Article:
PRESS RELEASE – Insistent that the problem should not be allowed to go quiet until it is satisfactorily addressed, the Soca – Lpyso Revue calypso tent says as an organization with a social conscience, they stand in solidarity with calls for young persons, particularly students, to channel their energies more positively.
The Revue tent which has drawn a healthy membership of young artists, says the tent members see themselves as having a social responsibility, to support the ongoing call for student loitering in the city to be curbed, via input from all stakeholders.
Soca – Lypso Revue Tent Leader Gene ‘Chacom” Leon says his tent promotes the idea of students getting involved in the arts, especially the calypso artform.
“As a tent the Soca – Lypso Revue is very concerned about any societal threat that could compromise the status of young people in the country. As regards student loitering concerns, we will not simply standby and wait for calypso season 2015 to sing about the issues.”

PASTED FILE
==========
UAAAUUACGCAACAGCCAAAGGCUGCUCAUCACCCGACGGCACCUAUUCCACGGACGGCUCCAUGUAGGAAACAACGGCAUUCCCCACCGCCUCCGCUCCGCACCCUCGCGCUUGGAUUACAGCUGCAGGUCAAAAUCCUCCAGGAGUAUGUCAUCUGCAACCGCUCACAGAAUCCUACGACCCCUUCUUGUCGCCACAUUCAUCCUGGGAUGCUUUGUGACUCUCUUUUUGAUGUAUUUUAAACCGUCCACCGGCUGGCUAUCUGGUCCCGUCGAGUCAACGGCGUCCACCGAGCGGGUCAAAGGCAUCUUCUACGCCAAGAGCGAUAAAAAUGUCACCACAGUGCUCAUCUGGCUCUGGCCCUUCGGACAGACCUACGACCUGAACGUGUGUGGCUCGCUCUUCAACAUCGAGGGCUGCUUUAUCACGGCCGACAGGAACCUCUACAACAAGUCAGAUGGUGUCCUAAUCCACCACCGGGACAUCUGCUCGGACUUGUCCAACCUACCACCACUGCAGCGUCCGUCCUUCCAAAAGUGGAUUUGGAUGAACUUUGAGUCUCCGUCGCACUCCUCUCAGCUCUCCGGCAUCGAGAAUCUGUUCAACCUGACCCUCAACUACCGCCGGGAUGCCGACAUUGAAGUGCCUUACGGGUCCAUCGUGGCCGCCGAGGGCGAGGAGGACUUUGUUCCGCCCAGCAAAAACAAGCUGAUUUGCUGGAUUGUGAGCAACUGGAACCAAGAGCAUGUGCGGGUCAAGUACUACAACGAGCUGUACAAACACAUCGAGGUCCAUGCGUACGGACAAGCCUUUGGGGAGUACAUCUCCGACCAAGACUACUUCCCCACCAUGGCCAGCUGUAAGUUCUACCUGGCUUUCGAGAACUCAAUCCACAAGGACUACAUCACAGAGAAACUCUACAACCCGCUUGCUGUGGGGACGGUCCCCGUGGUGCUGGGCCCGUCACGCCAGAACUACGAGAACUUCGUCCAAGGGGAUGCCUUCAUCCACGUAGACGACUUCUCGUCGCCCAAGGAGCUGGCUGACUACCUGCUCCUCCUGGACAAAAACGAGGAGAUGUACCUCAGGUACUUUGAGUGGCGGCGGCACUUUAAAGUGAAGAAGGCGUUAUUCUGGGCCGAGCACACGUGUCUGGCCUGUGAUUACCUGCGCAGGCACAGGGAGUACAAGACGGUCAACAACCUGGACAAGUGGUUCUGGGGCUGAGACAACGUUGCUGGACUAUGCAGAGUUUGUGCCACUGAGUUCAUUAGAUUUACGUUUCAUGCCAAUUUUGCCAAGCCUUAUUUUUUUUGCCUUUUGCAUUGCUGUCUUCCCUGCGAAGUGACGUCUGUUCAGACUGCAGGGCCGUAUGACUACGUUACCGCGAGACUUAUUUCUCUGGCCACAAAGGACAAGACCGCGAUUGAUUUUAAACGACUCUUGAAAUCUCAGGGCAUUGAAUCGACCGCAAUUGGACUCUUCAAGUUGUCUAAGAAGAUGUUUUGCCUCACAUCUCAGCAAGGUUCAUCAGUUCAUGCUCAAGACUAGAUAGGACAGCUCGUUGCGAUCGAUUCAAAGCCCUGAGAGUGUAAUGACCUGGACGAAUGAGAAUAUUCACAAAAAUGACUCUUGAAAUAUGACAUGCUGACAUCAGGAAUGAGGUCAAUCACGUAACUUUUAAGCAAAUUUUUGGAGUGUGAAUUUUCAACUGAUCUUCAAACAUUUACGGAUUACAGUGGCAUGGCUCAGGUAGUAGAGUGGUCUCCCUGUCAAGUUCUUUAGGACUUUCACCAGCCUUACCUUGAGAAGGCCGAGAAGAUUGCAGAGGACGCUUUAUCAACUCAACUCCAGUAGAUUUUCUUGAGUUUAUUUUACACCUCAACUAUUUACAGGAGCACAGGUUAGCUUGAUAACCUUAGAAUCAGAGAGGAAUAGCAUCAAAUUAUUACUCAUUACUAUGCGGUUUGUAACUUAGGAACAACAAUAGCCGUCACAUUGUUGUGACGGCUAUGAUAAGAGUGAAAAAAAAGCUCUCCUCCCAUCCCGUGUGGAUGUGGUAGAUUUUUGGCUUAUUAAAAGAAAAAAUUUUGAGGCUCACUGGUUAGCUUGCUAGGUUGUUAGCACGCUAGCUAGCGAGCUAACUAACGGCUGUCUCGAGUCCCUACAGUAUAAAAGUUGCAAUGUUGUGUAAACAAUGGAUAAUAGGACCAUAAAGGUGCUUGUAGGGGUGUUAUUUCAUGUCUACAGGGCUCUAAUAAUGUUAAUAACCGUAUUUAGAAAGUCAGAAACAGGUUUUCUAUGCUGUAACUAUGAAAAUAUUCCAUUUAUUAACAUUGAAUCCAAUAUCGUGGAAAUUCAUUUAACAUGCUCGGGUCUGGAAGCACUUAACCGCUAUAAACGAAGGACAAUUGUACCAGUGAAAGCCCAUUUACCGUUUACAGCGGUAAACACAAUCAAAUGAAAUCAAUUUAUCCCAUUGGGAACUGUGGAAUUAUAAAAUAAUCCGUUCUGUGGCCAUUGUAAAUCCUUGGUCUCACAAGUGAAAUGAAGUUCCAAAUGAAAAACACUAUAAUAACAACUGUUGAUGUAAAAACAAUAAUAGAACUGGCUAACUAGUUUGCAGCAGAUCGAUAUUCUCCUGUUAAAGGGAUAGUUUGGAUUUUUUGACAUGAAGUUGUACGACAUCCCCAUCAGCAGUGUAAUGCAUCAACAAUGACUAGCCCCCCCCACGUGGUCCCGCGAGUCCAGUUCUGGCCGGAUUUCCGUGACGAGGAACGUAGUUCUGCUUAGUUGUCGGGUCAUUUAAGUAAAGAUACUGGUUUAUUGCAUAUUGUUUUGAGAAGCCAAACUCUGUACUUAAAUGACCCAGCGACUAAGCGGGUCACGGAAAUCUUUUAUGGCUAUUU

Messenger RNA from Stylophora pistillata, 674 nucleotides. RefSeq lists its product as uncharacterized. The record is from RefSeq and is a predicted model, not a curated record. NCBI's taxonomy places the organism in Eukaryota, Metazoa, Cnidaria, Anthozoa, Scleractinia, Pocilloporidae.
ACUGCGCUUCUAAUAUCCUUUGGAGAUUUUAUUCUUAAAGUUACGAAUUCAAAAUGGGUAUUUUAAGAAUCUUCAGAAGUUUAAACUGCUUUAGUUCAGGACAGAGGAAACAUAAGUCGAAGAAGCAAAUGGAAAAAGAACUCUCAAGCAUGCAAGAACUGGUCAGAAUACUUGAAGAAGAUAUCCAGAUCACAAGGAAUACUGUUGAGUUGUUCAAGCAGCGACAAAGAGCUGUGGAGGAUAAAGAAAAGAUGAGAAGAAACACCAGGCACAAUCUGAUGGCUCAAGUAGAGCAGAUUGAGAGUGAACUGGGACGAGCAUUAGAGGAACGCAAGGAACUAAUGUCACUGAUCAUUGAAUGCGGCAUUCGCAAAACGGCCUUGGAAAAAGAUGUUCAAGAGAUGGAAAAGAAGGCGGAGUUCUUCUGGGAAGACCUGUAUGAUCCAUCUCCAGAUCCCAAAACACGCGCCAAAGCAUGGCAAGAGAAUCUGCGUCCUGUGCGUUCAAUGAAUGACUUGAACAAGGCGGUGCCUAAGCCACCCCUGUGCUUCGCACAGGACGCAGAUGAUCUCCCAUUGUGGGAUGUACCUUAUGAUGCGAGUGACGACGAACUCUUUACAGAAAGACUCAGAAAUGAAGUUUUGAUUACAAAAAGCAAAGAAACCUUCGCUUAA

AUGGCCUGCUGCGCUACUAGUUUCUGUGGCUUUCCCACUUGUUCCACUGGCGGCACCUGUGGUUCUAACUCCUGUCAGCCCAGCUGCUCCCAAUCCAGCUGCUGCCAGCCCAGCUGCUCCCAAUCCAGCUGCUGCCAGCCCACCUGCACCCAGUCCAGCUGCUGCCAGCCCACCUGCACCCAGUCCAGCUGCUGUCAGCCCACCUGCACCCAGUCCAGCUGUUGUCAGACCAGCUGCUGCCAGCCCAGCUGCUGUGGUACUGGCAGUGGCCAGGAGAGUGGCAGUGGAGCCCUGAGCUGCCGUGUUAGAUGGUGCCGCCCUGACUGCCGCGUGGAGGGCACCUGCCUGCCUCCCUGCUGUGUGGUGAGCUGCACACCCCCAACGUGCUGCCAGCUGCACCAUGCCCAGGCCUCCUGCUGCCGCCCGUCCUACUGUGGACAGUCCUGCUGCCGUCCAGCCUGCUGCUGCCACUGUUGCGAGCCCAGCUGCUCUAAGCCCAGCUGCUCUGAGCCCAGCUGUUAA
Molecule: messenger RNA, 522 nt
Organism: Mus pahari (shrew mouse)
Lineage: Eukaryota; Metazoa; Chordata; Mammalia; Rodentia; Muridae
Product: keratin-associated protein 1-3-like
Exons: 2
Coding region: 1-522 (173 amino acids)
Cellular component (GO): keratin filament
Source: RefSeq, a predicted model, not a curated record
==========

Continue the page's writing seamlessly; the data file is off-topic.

“We believe there is an avenue in the artform that can be tapped; particularly as we look at possible solutions such as after–school programmes for students. We believe it is timely to put the artform of calypso on the table, for consideration as an option. We are optimistic that such a programme can be developed, that will definitely attract the interests of young persons”.
The tent leader says the Soca– Lypso Revue is open to engaging young persons and relevant officials in regard to this recommendation.
Meanwhile, the tent is gearing for the “Annou manje, danse, chante en kweyol” calypso extravaganza, which is slated for Friday, 24 October, from 8 p.m. at the National Cultural Centre.
The tent is urging the public to come out in large numbers to support the celebration of the island’s Kweyol culture, and to visit the Revue’s Facebook page for more information.